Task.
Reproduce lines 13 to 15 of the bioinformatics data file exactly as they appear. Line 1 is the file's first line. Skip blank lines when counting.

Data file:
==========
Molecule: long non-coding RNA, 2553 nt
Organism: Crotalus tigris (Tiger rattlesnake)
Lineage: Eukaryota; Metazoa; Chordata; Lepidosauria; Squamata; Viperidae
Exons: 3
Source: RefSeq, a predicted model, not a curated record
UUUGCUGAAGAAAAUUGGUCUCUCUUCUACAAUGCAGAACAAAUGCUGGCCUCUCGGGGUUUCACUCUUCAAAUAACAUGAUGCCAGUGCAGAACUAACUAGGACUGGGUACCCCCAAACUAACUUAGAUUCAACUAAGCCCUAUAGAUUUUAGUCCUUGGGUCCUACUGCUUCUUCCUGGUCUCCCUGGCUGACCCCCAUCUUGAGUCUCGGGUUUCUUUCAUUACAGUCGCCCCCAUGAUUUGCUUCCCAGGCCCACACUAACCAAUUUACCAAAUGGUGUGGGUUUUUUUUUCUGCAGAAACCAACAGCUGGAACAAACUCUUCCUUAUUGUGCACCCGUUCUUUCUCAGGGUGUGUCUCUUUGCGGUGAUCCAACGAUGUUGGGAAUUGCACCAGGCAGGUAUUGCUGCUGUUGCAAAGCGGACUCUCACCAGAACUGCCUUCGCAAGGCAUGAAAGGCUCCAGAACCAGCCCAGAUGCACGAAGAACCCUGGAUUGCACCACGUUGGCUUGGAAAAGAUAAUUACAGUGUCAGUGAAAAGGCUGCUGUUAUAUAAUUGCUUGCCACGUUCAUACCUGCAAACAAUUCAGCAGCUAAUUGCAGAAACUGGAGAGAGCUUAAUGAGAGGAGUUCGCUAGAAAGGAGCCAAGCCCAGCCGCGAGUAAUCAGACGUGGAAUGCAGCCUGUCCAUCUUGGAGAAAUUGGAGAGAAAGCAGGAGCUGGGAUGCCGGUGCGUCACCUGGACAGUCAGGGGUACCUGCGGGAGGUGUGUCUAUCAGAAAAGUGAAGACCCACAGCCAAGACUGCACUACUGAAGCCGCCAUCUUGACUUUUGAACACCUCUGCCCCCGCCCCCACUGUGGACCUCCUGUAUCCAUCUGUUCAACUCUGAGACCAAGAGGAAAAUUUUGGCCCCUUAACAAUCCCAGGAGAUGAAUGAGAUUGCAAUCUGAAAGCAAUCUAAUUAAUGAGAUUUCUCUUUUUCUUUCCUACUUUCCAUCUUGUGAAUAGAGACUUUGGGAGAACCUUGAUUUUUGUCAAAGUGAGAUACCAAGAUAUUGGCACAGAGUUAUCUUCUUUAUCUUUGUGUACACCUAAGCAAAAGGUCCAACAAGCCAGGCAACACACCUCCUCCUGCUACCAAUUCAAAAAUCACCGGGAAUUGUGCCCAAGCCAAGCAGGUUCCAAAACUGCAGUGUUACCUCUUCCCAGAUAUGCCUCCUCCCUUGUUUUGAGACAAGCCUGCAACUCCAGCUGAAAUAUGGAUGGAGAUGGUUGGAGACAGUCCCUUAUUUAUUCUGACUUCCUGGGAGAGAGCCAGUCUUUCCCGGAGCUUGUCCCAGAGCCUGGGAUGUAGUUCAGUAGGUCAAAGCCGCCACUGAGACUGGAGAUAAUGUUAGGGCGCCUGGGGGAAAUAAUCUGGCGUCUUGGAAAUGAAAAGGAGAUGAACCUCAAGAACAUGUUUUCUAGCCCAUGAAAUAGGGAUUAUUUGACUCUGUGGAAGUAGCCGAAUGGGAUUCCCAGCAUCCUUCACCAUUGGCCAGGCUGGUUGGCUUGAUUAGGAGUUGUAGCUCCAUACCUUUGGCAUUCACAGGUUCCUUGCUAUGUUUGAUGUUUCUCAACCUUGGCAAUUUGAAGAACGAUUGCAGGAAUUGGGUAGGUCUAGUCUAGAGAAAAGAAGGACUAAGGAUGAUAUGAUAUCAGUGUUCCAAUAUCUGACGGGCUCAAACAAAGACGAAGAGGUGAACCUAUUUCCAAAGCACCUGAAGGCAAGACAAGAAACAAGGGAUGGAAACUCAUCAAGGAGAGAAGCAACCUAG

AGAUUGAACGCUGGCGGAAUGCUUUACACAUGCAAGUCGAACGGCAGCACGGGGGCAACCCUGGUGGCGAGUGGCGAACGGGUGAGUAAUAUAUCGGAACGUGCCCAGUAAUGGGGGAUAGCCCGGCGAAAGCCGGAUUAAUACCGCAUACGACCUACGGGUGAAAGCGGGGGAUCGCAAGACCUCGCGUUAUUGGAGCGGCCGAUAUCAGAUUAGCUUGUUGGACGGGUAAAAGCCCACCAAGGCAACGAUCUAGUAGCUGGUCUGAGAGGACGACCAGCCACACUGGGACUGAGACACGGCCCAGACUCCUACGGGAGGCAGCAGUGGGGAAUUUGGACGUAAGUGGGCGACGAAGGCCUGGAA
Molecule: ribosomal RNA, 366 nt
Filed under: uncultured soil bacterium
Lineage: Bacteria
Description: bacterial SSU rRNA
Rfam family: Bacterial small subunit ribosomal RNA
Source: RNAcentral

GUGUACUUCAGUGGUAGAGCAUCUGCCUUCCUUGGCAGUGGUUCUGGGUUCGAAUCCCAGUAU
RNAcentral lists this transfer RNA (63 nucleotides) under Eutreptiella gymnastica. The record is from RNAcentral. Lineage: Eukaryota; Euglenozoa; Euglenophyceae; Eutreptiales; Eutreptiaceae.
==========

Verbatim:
Source: RNAcentral

GUGUACUUCAGUGGUAGAGCAUCUGCCUUCCUUGGCAGUGGUUCUGGGUUCGAAUCCCAGUAU
RNAcentral lists this transfer RNA (63 nucleotides) under Eutreptiella gymnastica. The record is from RNAcentral. Lineage: Eukaryota; Euglenozoa; Euglenophyceae; Eutreptiales; Eutreptiaceae.